Where is Virgin Atlantic parking its planes during the coronavirus pandemic?

Nov 10, 2020

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The coronavirus pandemic has been devastating for the airline industry. During the first lockdown period, airlines around the world were forced to slash operating capacity as a result of the decrease in demand and strict government-imposed entry restrictions. Others completely suspended operations.

Then, the summer came along. Receding infection rates and countries lifting entry requirements allowed the industry to restart to some degree.

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However, as of 5 November, England has entered its second national lockdown. At this time, all non-essential travel — both domestic and international — remains off the table. As a result, airlines are preparing for a long winter largely consisting of only necessary operations. Virgin Atlantic has announced that it’s reducing its flying schedule, though continuing to serve some destinations on a reduced schedule

Currently, Virgin Atlantic has 37 aircraft in its fleet split between Airbus A330, A350 and Boeing 787 Dreamliners, according to Planespotters.net. While its fleet is considerably smaller than BA, given that all of its fleet are wide-body aircraft, they take up a considerable amount of space.

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Earlier in the pandemic, the airline announced that it was retiring its fleet of Boeing 747 and Airbus A340 aircraft. Both variants of aircraft have not operated a commercial flight for the airline in months, as some of the airline’s 747s await their fate.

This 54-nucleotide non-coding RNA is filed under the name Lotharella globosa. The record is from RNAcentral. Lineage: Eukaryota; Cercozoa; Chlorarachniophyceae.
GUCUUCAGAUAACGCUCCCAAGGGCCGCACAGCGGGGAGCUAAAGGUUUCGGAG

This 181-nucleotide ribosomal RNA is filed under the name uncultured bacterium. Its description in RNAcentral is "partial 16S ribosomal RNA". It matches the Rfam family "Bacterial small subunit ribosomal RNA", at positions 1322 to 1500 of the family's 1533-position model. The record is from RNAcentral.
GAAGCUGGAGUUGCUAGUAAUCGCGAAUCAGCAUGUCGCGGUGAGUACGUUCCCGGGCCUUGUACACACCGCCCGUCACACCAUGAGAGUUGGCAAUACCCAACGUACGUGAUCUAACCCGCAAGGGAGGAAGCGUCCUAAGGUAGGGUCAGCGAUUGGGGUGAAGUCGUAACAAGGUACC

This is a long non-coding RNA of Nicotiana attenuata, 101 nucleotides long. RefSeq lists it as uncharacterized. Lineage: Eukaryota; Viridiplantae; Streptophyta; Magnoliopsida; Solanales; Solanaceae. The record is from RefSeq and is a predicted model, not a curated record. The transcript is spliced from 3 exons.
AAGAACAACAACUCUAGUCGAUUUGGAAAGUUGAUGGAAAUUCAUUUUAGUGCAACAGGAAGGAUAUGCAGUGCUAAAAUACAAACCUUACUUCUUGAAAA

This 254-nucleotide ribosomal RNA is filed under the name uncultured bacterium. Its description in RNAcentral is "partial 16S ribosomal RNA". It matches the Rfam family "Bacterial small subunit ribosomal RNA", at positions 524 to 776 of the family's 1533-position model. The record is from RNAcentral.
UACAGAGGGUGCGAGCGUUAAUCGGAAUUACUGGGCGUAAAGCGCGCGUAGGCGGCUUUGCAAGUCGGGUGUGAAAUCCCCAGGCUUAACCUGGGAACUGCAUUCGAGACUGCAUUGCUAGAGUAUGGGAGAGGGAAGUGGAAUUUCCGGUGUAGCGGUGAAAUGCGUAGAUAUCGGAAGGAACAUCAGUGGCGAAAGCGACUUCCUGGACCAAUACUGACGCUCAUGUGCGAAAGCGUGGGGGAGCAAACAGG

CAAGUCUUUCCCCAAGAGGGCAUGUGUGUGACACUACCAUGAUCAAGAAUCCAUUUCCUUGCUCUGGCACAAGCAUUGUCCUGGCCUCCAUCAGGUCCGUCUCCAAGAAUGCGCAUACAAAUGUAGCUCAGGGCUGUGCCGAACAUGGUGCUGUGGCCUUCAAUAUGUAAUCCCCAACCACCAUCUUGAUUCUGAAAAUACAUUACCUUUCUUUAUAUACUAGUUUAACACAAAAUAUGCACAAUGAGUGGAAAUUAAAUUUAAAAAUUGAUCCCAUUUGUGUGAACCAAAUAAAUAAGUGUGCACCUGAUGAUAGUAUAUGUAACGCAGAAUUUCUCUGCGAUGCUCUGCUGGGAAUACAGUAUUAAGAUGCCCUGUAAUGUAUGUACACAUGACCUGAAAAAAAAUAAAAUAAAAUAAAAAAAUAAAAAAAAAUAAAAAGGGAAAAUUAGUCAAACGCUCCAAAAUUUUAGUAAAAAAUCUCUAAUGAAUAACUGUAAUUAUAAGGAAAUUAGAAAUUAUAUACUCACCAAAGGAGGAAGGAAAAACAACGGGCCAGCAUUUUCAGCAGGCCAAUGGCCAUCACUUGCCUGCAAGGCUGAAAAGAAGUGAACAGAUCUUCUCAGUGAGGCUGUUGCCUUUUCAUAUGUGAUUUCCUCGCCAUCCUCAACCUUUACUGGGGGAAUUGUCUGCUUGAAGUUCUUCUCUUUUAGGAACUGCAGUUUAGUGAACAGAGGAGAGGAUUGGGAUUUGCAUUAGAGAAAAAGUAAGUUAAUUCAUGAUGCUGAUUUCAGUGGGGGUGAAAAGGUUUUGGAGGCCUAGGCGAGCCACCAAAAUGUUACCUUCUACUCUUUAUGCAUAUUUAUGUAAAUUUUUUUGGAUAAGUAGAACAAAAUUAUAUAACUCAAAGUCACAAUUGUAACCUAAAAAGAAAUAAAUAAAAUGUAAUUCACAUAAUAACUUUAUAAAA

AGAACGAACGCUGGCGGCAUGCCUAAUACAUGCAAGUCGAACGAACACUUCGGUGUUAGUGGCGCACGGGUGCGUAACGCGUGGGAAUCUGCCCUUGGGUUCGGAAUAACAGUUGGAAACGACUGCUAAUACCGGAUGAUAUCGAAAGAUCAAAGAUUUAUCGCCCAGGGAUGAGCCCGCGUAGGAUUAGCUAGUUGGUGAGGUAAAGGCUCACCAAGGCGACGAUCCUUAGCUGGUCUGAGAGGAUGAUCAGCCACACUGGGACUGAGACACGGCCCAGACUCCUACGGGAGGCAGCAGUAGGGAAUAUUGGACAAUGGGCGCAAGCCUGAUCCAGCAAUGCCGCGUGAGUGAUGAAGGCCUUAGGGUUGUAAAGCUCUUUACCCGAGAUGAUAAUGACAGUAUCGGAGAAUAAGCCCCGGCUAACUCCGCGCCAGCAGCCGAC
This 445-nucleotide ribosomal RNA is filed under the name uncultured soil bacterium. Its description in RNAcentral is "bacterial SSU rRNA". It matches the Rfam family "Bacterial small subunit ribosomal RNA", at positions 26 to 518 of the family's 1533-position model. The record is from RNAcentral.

So while a number of Virgin’s flights aren’t currently operating, where is it putting all of those wide-body planes? Turns out that most of them are being stored in Manchester (MAN). Let’s dive into it.

In This Post

Virgin Atlantic Airbus A330s

Split between the A330-200 and A330-300 variants, Virgin has a total of 14 of these aircraft in its fleet. However, all of them remain grounded at this time.

According to our research, all four of its A330-200s are stored. Three of them (G-VLNM, G-VMIK and G-VWND) are already stored at Manchester (MAN). The fourth, G-VMNK, is currently parked in Dusseldorf (DUS) — the only A330 at the airport.

Between the A330-300s, three are stored at Manchester (MAN), three are stored at Doncaster Sheffield Airport (DSA) and four are currently parked at Ciudad Real Airport (CQM) in Spain.

In total, the 14 A330s are split between four different airports.

Virgin Atlantic Airbus A350s

Since the pandemic started, Virgin Atlantic has taken delivery of one A350 aircraft — G-VRNB — in September 2020. The new aircraft brings the total number of A350s in Virgin’s fleet to six.

At this time, two of the airline’s A350 are parked. G-VDOT, has been parked at Manchester (MAN) since 9 September. Additionally, the newest A350 in the fleet has yet to take its first commercial flight. After having been delivered to the airline on 23 September, G-VRNB flew from Toulouse (TLS) to Manchester (MAN), where it’s remained in storage.

The other four A350s in the fleet remain in service.

(Photo by Nicolas Economou/NurPhoto via Getty Images)

Virgin Atlantic Boeing 787s

The last member of Virgin’s fleet is the one that’s been kept most active. In total, Virgin has 17 787-9 aircraft. Of such, just one appears to have been cut from operating commercial flights. G-VNEW hasn’t operated a commercial flight since 23 October when it flew from London (LHR) to Shanghai (PVG). At this time, it remains at PVG.

All 16 remaining 789s in the carrier’s fleet remain in service.

Like with all other carriers, it remains to be seen exactly how long these aircraft will have to be parked for. As Virgin continues to cope with the losses as a result of the coronavirus crisis, it’s likely that may be for a while.

Featured photo by BEN STANSALL/AFP via Getty Images.

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